Sica and Haefele (2015) used a first-principle OEM to retrieve temperature from Rayleigh-scatter lidar measurements. Here first principle means the forward model is the lidar equation and the measurements to the forward model are the raw (level 0) measurements. The OEM (Rodgers, 2011) solves an inverse problem and uses a forward model to estimate the lidar measurements using a set of input parameters usually referred to as state and model parameters. The inversion of the forward model yields the state vector, while the model parameters are known and the measurement is given.
The forward model (F) can be written as
where y is the measurement vector, x is the state vector, b is the model parameter vector, and ϵ is the measurement noise. The state vector is retrieved and contains the temperature profile and some instrument parameters like detector dead time and background. The model parameter vector contains all other parameters needed to represent the measurements. The forward model is the lidar equation (Eq. 1), which is dependent on both the system hardware configuration and atmospheric properties. The measurement noise in lidar measurements implies that the measurements have uncertainties that have a Gaussian distribution of possible values represented by ϵ. The solution of the inverse problem is constrained around an a priori, which can be found in atmospheric models such as the CIRA-86 model or the US Standard model. CIRA-86 can provide the monthly temperatures for use as the a priori. In its most likely state , the solution is a minimum of a cost function:
where Sϵ is the covariance of the system's state, xa is the a priori vector, and Sa is the the covariance matrix of the system's state.
Unlike the HC method, the OEM produces a complete uncertainty budget for all parameters in the temperature retrieval process on a profile-by-profile basis. The uncertainty budget includes the uncertainty due to the seed pressure and the other model parameters and measurement noise as well as smoothing. A diagnostic variable of the OEM is the averaging kernel, A, a matrix that describes how the retrieval reacts to a given change in the real atmosphere. A perfect retrieval means the retrieved temperature changes in the same way as the real atmosphere and A is equal to the identity matrix (Rodgers, 2011). However, if the contribution of the a priori increases in the temperature retrieval, A drops to <1 at each point for the altitudes at which the a priori has more influence. If u is a vector with unit elements, Au is the sum along the rows of the averaging kernel and it can be used as a representation of the amount of information coming from the lidar measurements and how much is as a result of the a priori. Therefore, Au was used as the cutoff height reference in the OEM instead of removing one or two scale heights from top of each profile as in the traditional method. Values of Au equal to 0.9 and 0.8 are considered as a cutoff height. These values represent the fractional contribution of the measurements compared to the a priori in the temperature retrieval and are generally recognized in the OEM community as levels above which the effect of the a priori is minimal.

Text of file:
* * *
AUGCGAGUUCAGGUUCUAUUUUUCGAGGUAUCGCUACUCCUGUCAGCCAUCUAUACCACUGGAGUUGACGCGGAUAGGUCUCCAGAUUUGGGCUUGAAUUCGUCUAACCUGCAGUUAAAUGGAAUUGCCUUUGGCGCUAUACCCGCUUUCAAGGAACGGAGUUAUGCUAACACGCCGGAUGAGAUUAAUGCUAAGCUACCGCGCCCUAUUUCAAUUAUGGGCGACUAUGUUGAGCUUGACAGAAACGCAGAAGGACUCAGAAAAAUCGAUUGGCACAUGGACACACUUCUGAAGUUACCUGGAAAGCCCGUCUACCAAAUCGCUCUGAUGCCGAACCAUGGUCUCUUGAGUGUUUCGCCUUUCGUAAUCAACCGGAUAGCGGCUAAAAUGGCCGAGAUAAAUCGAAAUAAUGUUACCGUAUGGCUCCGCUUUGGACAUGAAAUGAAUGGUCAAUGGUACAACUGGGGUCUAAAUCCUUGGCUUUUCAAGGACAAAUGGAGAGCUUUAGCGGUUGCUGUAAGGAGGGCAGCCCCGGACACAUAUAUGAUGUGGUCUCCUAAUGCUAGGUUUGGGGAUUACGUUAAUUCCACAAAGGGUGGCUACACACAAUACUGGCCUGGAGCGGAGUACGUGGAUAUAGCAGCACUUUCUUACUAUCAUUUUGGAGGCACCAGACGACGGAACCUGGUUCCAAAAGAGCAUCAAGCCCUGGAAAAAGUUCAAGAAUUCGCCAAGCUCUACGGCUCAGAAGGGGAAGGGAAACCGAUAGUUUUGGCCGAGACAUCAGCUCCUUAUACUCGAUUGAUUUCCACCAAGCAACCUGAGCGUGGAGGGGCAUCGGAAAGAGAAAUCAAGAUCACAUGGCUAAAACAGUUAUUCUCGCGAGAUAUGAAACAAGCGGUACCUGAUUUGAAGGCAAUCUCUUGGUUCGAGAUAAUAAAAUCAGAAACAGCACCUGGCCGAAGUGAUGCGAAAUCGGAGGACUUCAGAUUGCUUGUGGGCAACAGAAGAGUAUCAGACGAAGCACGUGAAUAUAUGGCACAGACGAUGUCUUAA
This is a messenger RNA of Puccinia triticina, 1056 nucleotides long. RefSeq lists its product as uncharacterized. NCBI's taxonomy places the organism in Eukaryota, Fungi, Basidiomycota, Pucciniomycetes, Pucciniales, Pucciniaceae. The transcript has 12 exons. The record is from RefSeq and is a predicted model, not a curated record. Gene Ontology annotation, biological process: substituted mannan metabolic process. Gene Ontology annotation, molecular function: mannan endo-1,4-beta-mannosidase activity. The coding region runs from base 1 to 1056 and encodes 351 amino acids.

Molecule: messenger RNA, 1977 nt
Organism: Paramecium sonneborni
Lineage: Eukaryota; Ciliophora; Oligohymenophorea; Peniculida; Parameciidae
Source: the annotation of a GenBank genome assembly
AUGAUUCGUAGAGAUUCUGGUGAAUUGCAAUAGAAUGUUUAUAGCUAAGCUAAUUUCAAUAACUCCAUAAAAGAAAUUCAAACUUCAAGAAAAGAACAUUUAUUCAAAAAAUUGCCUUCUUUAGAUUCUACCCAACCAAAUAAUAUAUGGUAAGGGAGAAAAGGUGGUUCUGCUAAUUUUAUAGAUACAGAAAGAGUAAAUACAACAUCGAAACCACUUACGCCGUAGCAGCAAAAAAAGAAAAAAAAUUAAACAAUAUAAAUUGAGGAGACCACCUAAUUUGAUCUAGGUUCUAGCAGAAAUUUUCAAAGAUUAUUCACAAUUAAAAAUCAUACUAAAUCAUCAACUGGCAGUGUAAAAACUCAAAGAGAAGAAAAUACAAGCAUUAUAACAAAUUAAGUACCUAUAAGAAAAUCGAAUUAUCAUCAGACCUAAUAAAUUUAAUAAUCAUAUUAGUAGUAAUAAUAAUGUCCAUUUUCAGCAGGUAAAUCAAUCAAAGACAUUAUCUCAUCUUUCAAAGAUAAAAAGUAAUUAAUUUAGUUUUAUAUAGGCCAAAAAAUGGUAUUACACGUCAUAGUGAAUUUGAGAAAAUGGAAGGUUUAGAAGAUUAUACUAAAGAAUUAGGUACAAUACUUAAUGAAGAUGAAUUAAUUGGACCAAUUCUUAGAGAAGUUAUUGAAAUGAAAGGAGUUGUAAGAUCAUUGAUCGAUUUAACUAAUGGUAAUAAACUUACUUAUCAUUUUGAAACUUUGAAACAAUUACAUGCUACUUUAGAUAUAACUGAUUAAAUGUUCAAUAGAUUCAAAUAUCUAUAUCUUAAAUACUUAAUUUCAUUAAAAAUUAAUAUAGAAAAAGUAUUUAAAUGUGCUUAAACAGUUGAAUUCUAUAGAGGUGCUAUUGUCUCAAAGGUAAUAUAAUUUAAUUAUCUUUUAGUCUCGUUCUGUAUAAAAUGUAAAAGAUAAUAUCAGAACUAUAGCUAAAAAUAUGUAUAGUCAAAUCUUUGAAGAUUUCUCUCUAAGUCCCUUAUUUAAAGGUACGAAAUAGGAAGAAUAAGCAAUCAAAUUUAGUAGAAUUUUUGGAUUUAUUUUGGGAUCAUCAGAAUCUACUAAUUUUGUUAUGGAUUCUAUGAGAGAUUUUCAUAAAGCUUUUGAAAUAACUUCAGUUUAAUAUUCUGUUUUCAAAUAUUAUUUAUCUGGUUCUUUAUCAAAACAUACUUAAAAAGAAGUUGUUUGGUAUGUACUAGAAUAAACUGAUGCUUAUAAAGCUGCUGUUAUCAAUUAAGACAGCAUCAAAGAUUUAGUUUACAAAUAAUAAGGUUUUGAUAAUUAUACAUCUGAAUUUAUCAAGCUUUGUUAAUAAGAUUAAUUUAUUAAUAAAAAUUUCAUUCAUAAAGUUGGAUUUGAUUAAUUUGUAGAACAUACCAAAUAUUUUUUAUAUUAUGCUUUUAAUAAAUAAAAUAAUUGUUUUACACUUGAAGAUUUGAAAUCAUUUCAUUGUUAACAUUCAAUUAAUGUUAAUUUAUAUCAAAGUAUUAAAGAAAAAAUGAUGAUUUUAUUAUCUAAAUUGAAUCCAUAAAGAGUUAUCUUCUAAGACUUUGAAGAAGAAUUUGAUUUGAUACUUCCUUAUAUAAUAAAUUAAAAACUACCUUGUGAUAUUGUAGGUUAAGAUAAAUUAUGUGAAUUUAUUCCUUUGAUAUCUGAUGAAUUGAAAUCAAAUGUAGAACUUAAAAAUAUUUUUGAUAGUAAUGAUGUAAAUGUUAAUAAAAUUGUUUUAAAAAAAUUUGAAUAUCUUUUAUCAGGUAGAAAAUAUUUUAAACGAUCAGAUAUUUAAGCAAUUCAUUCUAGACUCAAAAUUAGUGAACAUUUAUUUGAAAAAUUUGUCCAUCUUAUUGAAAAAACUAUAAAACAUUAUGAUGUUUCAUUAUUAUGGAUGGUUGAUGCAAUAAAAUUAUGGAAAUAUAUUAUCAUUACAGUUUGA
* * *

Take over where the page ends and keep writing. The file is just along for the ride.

2.3 Methodology to calculate temperature climatology
2.3.1 OEM methodology
The OEM uses the forward model and non-paralyzable dead time correction equation (Sica and Haefele, 2015) (henceforth SH2015) to retrieve the nightly average temperature profiles from the LLR and HLR channels simultaneously. In SH2015 the dead time, background, and temperature were retrieved. They considered the lidar constant as a forward model parameter, but in this study, the lidar constants for LLR and HLR channels were retrieved rather than specified. The OEM uses an estimation of the covariances of the measurements, retrieval, and forward model parameters. The model parameter covariance matrices used in this study are based on SH2015, in which the summary of the values and related uncertainties of the measurements and the retrieval and forward model parameters are presented in Table 3. The data grid is 264 m, and the retrieval grid is 1056 m. Due to the PCL measurements between 1994 and 1998 having only the HLR channel measurements, temperature and background were retrieved but not dead time. Instead, the systematic uncertainty due to the saturation was calculated. The PCL measurements from 1999 to 2011 used the LLR digital channel to get more temperature information, and the dead time of the HLR channel was retrieved using an a priori value of 10 ns (Table 3). The LLR dead time was treated as a model parameter and a standard deviation of 5.7 % was considered. The CIRA-86 model atmosphere was chosen as the temperature a priori with a variance of (35 K)2 at all altitudes (Fleming et al., 1988).Fleming et al. (1988)McPeters et al. (2007)Griggs (1968)Mulaire (2000)Nicolet (1984)